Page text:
I once took an informal class through the University of Texas titled: “Coffee Barista for a Day”. Although it only lasted until noon, the class was a great introduction to a world I knew very little about. The handful of us that signed up learned about the history, the cultivation, and the processes that go into a cup of coffee. After the history lesson, we were to try our hands at crafting caffeinated staples like espressos, lattes, and Americanos. But before we got to that, the instructor — a coffee shop owner himself — asked us this question: “what makes the best cup of coffee?” The answer seemed obvious. One after another, each of us took turns seeking the answer. “It’s the quality of the beans that counts,” says one person. “It’s the process that matters most,” replies another. With a soft smile, the instructor answered his own question. “No,” he said to our surprise, “it’s whatever you like most.” For those in the group looking for the secret to the perfect cup of coffee, they were disappointed. To those of us happy to be along for the ride, we knew it to be true.
See, the instructor wasn’t being coy or sarcastic. In fact, he was being completely authentic. As a coffee shop owner, he could’ve boasted his own brew to be the best. Instead, he provided an inarguably objective answer. One could try to proclaim he or she knows the key to the perfect cup of coffee. That answer could be true for 99% of people. But maybe 1% just prefers a different cup. Argument dissolved. One person may say the perfect cup exists in a diner mug at a run down Waffle House off some interstate. Another may make a ritualistic ceremony of their pour-over each morning in their expensive glassware. What makes the best cup of coffee is up to the individual. No one way is forced upon another. If it was, it would fall short of what the individual sees as his or her ideal cup.
What made me recall this memory was listening to a podcast on one of my morning walks. It was an episode of the Tom Woods Show discussing what the world needs most right now. The guest in the episode is a freedom-minded lawyer, Marc Victor. What Victor was arguing was reintroducing a concept most (if not all) of us learn in kindergarten: the Golden Rule. He elaborated that kindergarten teachers teach children to treat others well, not to steal their toys, and to not bully. All good things. By comparing society to a kindergarten class, he was arguing that for the world to become a better place, we need to bring back the concept: live and let live. He made an interesting point clarifying that he wasn’t interested in the demerits of capitalism or communism, large government or no government. Those were not topics of interest to him. What matters most is allowing others to let live by not forcing them to live under one system or another. If one group wants to live in an anarcho-communist commune, let them. It is their absolute liberty to do so. Forcing people to live under such conditions, however, violates their sovereignty. Forcing one group of people to live under a system they don’t want to is the equivalent of forcing upon them the perceived “best” cup of coffee of another.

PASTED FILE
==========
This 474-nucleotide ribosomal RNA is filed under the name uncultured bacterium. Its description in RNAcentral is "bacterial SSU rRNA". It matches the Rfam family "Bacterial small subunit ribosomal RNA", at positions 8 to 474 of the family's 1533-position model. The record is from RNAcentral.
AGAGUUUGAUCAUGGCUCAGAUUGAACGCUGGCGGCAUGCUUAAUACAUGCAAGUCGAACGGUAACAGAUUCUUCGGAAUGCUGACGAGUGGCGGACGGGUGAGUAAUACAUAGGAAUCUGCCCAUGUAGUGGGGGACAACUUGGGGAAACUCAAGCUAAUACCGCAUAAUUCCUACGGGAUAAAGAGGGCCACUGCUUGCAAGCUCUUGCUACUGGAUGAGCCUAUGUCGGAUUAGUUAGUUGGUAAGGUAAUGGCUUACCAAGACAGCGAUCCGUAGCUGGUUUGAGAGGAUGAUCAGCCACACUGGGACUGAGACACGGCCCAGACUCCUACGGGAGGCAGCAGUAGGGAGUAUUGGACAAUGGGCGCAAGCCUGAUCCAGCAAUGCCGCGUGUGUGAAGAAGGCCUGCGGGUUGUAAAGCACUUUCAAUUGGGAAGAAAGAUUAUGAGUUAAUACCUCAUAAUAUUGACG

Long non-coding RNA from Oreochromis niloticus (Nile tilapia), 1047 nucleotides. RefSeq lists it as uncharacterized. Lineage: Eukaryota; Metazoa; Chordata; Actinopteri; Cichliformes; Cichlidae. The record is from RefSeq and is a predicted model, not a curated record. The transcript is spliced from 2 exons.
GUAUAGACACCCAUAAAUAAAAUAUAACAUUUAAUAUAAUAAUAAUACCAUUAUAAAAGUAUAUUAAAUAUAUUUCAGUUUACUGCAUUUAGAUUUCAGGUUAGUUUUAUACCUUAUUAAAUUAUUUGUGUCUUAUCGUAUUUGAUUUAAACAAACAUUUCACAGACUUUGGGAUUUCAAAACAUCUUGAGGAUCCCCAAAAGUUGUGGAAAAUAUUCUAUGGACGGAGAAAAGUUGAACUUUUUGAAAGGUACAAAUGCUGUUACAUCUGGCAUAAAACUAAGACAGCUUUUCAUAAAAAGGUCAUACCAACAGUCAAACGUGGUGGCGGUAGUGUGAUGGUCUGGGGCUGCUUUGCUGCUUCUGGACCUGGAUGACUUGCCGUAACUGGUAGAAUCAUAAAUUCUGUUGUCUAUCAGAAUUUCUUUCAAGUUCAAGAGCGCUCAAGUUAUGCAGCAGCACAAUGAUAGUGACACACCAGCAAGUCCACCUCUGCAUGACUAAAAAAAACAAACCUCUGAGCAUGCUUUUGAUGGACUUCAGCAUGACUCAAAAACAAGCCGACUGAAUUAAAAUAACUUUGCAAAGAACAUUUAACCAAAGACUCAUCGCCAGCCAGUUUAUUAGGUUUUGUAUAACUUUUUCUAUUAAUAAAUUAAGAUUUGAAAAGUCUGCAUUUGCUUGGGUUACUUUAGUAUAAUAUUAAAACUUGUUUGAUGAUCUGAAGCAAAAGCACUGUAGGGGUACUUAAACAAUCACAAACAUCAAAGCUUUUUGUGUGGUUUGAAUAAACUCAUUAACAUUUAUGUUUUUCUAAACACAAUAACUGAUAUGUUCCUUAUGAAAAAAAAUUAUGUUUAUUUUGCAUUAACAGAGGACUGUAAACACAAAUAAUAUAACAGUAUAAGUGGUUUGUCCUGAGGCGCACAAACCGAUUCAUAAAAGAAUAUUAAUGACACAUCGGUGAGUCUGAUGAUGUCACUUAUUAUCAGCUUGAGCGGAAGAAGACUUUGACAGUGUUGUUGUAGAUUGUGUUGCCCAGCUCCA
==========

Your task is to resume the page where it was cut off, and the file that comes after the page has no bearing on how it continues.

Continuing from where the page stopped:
What’s the best cup of coffee? What’s the best way to structure society? What’s the best form of government? The answer is universal: whichever one you like most. The caveat is allowing people to choose and enjoy their best cup of coffee, societal structure, or form of government. By doing so, we uphold individual liberties to the fullest.